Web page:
Coastal privatization approval causes concern
A coastal resort project in the northern town of Anfeh has been thrown back into the spotlight in the past week as reports emerged that it would be approved before the Cabinet entered caretaker status. News of the plans for a sprawling, high-end seaside project circulated again after Progressive Socialist Party chief Walid Joumblatt tweeted last week that the “historical salt marshes of Anfeh,” had been “evaporated with the stroke of a pen.”
A Baabda Palace source told The Daily Star that Cabinet had approved the proposal in a session last Wednesday, but reports that the project was not agreed to, or even put forward, have also emerged.
What is certain is that on May 16 Cabinet approved a similar privatization plan related to plots near the southern coastal town of Damour in Chouf and in Kesrouan’s Zouk Mikael up north – in defiance of the Higher Commission for Urban Planning’s unanimous objection.
The Zouk Mikael project includes roughly 33,000 square meters of public land, 19,000 of which are in the sea. Numbers for the Damour project were unavailable, but both locations are said to be meant for tourism and leisure.
The day Cabinet endorsed the plan, the commission – an expert body in the Public Works and Transport Ministry that ministers are legally required to consult on large-scale projects – separately announced its opposition to the Anfeh project.
Roughly 70,000 square meters of public coastal land are set to be made accessible to private developers for the resort, which includes two hotels, chalets, bars and nightlife, a golf club and a marina.
“It’s a huge project – 31,000 square meters on the coast, and 39,000 square meters on water [in the sea],” member of the commission and head of the Order of Engineers Jad Tabet told The Daily Star.
He explained the 70,000 square meters are only part of a mammoth 550,000-square-meter project.
Tabet said that a lack of an urban planning justification and the threat of vast environmental and cultural destruction had led the commission to oppose it.
He argued it was incumbent on the government to preserve what’s left of the open coast.
“Just 20 percent of the coast is free for people to access,” Tabet said – or 45 kilometers of Lebanon’s roughly 225-kilometer shoreline.
Tabet noted a Cabinet endorsement of the Anfeh project would directly contravene the 2009 Cabinet-approved Comprehensive Plan for the Organization of Lebanese Territories, which noted the “unparalleled” biological and cultural significance of the Anfeh area and called for it to be preserved.
The Anfeh project has been under discussion for more than a decade.
An initiative by former MPs Mohammad Safadi and the now deceased Maurice Fadel, as well as industrialist Jacques Sarraf, the project was named the Natour development, after Deir al-Natour, a Greek Catholic monastery that lies on a headland surrounded by salt marshes and endemic vegetation.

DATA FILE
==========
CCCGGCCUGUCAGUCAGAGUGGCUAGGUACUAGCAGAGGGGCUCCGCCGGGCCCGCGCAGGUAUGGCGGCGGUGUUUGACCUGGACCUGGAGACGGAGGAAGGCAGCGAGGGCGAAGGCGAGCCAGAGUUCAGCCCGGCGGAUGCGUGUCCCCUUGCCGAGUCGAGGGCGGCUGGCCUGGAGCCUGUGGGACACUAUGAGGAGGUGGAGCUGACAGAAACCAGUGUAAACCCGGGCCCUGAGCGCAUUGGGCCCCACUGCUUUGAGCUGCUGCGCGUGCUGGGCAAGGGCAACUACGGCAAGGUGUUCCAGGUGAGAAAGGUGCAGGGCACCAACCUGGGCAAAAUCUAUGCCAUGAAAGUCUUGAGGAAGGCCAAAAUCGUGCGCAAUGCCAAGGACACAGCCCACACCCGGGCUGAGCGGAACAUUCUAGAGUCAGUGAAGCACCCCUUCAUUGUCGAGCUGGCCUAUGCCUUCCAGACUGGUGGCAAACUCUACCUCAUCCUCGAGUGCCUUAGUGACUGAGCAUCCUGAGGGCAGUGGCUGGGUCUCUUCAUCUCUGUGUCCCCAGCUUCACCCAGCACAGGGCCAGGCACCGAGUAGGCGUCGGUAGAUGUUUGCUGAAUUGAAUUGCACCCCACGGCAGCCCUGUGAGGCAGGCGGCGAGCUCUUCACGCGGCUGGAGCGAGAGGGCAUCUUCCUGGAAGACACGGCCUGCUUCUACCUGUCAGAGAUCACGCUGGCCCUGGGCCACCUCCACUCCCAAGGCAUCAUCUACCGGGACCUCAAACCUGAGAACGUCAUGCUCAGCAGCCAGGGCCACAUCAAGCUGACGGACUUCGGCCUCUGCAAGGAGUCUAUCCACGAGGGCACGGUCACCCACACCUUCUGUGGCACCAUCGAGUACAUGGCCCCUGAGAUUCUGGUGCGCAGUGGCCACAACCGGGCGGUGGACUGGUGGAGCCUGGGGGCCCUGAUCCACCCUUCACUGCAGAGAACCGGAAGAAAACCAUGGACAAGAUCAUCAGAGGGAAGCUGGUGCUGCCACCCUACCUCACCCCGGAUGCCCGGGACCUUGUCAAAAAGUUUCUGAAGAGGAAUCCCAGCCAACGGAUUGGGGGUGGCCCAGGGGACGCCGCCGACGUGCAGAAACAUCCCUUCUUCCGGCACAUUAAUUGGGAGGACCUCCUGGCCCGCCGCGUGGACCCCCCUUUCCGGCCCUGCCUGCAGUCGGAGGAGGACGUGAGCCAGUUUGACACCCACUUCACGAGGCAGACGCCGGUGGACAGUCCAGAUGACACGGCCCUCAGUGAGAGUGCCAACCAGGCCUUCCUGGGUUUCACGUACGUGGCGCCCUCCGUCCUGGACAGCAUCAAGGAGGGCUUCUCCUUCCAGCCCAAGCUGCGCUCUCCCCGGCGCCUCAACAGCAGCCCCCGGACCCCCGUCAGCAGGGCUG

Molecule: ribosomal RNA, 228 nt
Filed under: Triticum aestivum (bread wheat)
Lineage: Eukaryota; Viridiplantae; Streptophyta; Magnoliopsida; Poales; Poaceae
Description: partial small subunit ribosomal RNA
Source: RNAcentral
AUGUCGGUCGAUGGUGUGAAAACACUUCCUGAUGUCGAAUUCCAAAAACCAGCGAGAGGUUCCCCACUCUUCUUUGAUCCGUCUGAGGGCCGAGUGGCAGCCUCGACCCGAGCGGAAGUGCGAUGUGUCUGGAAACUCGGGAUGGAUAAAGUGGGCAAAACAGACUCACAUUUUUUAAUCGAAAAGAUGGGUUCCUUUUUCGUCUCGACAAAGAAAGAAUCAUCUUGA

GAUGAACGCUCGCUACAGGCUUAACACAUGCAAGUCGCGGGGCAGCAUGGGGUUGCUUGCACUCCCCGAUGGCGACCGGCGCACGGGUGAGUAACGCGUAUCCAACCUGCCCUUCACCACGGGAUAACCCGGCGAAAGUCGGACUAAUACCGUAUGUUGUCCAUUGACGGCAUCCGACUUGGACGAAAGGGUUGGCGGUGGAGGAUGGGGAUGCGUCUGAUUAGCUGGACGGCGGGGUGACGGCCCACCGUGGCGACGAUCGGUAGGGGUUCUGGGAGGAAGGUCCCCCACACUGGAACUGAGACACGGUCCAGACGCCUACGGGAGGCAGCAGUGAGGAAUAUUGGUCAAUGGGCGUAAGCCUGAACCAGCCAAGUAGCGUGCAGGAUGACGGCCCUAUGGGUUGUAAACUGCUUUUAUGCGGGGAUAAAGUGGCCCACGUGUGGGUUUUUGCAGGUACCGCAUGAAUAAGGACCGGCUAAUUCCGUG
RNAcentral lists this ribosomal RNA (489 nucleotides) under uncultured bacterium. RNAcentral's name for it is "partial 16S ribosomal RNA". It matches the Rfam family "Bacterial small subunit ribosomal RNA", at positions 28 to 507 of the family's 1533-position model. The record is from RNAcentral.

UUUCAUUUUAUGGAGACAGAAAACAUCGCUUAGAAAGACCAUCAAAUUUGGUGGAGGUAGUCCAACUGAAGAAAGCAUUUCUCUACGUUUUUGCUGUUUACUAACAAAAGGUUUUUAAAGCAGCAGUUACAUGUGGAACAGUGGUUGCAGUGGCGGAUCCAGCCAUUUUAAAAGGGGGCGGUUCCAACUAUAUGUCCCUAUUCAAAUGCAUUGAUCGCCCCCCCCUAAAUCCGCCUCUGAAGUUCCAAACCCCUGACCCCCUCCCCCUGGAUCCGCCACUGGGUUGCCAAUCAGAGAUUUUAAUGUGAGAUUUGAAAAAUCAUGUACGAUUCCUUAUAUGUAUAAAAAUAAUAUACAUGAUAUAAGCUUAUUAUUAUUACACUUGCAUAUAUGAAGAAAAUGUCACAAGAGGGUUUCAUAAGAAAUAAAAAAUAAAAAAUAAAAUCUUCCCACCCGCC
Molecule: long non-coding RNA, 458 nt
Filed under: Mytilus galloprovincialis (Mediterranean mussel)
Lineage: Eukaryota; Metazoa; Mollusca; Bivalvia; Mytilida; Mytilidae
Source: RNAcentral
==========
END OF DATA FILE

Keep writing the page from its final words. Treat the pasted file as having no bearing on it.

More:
The natural ecosystem still exists in that area, beside decades-old salt marshes, ancient ruins and cultural artifacts. Along with Gozo Island in Malta, Anfeh has the oldest salt pans in the Mediterranean.
Hafez Jreij, an Anfeh environmental activist and former salt marsh worker, has been trying to preserve the practice since he caught wind of the Natour project in 1999.
“Anfeh, without salt and the salt marshes, is like Lebanon’s mountains without the pines and cedars, and like Baalbeck without its temple. The salt marshes are an icon of Koura’s shoreline,” he told The Daily Star. “[Salt marshes] don’t create pollution, they don’t block the sea, and they don’t prevent you getting from the shore – while the proposed project doesn’t have any of these benefits,” he said.
Along with a group of other academics and activists he called the “Salt Revolution,” Jreij said that he would file a lawsuit to prevent the project from breaking ground.
The group calls for the Deir al-Natour area to be protected as a site of national cultural heritage.
Nadine Haroun, director of the department of archeology and museum studies at Balamand University, said she had worked in the area for seven years.
“Anfeh in general is extremely rich in tangible and intangible cultural history,” she told The Daily Star.
She said that years of neglect had damaged much of the local heritage, which dates back thousands of years to the Bronze Age.
Her own excavations have been unearthing long-forgotten layers of Lebanon’s past, “reacquainting local residents with their history.”
The place where the project is set to be developed is particularly special, given that it combines a natural area with archaeological remains and more recent expressions of culture in a single context, in what the U.N. cultural body UNESCO calls a “natural site,” Haroun said.
“They are very rare in the world, and in Lebanon we have one. Why should we destroy it?”
Cabinet’s decision last week agreed to grant “permission to work on the public maritime domain” for the Zouk Mikael and Damour projects, and, according to Tabet, details of the projects will be submitted to the commission for consultation at a later stage. But according to current interpretations of legal texts, the commission has no power to stop the projects going forward.
While on paper these types of projects are categorized as a “temporary occupation” of the coast, Tabet argued they amounted to de facto privatization. “When you build hotels and chalets and marinas, you not going to be removing them later,” he said.
Caretaker Health Minister Ghassan Hasbani, affiliated to the Lebanese Forces, told The Daily Star that the LF has reservations on the projects regarding their environmental impact and was also “opposed in principle” to the concept of privatizing the coast without a legal framework. He said a law setting out that framework was with Parliament, though he could not say when it would be passed.